Today Machinima premieres the pilot of Enormous, the new web series based on the comic by Tim Daniel and Mehdi Cheggour and directed by BAD pal BenDavid Grabinski. The first episode, written by Trollhunter's André Øvredal, has only nine and a half minutes to introduce us to a world very much already established, and it does so tidily, opening with a title card that reads:
The world has been overrun by monsters.
The remaining humans are plagued by a mysterious virus.
Some believe children might be the key to a cure.
We meet a United Nations search and rescue team, including Ceren Lee and Erica Gimpel (of Veronica Mars), who are committed to finding abandoned children in particular. We learn plenty about Lee's Ellen Grace, the leader of this merry band, as she makes her way alone through a building filled with radiation hoping to find a child. Their driver asks "Has she always been this ambitious?" and Gimpel replies, "One time I suggested we draw straws...and she took all the straws."
The pilot takes place in Phoenix, Arizona, "One Year After E-Day," and we also meet a group of marauders - including Joe Swanberg - who blow through the countryside looking for loot. Enormous avoids the usual pilot pitfalls of exposition dumps and awkward character inaugurations, especially impressive because it's such a short episode. This is a world that already makes sense, and these feel like characters who have existed for quite some time, instead of springing up from the ether with these opening minutes. Of course much of that may be due to the fact that the series is based on existing source material, and it gives Enormous a narrative anchor that most pilots are lacking.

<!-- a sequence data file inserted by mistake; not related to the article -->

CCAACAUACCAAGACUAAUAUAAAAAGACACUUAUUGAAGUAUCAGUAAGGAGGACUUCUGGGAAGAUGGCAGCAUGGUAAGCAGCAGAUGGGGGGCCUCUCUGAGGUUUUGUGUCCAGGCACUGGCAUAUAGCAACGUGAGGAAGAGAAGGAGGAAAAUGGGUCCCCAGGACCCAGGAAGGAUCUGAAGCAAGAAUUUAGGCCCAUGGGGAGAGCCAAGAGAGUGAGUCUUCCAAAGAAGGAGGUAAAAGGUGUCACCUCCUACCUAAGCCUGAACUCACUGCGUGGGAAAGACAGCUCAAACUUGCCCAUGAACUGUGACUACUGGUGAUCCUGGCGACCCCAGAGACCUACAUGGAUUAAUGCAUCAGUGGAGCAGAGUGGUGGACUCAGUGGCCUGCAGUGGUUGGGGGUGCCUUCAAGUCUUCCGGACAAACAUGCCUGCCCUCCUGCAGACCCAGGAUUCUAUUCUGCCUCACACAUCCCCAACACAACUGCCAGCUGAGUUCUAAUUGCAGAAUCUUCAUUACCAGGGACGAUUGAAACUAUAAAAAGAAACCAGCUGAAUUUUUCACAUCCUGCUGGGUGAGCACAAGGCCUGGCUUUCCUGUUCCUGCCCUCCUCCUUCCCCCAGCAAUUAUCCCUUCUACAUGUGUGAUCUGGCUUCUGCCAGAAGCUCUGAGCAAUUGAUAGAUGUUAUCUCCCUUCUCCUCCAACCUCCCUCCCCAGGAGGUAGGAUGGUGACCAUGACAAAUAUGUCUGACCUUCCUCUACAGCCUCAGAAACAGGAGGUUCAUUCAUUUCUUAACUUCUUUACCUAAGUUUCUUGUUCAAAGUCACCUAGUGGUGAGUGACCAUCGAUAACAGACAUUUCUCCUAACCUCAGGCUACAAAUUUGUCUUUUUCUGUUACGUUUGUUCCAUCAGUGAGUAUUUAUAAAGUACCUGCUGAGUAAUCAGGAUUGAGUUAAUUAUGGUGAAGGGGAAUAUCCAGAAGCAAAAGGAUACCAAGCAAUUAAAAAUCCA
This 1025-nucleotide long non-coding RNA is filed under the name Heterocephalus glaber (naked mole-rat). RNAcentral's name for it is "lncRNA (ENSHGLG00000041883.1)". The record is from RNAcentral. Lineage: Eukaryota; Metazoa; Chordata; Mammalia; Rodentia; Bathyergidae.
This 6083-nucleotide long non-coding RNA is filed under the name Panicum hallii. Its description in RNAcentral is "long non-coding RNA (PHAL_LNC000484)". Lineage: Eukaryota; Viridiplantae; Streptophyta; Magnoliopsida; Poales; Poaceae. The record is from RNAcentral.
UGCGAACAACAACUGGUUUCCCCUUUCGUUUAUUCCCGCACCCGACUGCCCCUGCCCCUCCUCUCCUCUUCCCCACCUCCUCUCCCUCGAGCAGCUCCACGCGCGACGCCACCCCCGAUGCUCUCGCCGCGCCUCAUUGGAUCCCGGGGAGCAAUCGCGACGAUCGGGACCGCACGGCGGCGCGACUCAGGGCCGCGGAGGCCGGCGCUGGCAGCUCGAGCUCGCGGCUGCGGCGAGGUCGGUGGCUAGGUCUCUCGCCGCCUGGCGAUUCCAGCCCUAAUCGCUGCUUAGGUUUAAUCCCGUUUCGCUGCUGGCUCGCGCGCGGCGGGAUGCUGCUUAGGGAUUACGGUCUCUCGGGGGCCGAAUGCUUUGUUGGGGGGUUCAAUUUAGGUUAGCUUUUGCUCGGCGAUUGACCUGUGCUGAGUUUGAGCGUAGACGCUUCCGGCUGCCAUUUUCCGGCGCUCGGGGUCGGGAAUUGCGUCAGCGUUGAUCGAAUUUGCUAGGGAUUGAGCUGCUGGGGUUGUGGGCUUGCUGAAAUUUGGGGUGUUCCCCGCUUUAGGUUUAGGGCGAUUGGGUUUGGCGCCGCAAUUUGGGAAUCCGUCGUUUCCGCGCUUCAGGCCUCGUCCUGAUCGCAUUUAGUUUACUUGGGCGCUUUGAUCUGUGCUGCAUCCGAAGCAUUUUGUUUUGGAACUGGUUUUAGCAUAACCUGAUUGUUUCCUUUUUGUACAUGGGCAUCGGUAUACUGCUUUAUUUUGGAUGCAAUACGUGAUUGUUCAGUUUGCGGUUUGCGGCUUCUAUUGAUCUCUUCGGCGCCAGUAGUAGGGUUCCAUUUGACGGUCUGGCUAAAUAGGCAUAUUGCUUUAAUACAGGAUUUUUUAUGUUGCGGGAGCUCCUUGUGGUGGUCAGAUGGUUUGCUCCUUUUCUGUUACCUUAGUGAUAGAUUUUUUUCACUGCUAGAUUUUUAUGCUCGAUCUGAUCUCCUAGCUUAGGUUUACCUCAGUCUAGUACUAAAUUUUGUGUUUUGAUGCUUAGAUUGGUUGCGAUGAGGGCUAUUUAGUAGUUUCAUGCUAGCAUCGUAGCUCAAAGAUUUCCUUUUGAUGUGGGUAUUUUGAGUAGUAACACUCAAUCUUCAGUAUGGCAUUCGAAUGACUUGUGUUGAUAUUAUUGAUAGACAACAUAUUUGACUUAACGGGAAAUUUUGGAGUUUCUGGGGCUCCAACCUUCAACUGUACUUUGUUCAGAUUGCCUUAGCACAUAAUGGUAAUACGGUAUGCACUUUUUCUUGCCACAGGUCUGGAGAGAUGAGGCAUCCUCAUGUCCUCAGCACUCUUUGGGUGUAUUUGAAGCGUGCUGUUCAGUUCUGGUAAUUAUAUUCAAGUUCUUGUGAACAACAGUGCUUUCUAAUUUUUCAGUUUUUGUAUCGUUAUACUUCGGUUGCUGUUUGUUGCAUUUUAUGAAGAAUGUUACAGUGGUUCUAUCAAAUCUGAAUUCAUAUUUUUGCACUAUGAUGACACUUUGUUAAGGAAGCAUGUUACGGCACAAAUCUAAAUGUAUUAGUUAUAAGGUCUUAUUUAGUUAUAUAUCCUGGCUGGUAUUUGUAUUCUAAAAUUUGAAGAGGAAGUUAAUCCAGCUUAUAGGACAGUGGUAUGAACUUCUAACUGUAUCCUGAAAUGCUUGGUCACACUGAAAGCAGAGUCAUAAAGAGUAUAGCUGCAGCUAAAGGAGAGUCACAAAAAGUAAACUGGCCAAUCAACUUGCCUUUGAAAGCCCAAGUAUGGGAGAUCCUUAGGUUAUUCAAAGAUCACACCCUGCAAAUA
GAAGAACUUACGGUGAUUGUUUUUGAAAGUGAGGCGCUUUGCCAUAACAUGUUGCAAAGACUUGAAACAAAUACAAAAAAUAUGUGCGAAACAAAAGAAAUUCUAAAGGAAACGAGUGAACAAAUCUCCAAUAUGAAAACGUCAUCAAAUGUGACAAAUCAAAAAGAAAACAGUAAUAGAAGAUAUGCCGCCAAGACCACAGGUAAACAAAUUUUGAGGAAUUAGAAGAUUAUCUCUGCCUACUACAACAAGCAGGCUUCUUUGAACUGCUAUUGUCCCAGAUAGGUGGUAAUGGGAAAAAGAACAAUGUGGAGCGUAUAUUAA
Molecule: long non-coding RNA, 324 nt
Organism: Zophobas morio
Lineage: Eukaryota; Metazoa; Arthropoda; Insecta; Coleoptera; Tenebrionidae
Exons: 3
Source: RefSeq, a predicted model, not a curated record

And the thing looks great. It's big, it's cinematic, it's interesting. The episode ends with our first introduction to one of those enormous monsters, and there's scale and stakes aplenty to be had here. It's hard to believe this was made to be watched on a computer monitor, but as I've said many times in the past, I think web series are an exciting form of storytelling. They offer more freedom from format, from network notes and Nielsen trends. It's unlikely a network pilot would dive right into the action the way Enormous does, trusting the audience to follow along. Enormous feels like the direction serial storytelling is headed, and that's a good thing.
So give it a watch! Take ten minutes out of your day and take a look:
And stay tuned - a little later I'll be posting my interview with Enormous director BenDavid Grabinski!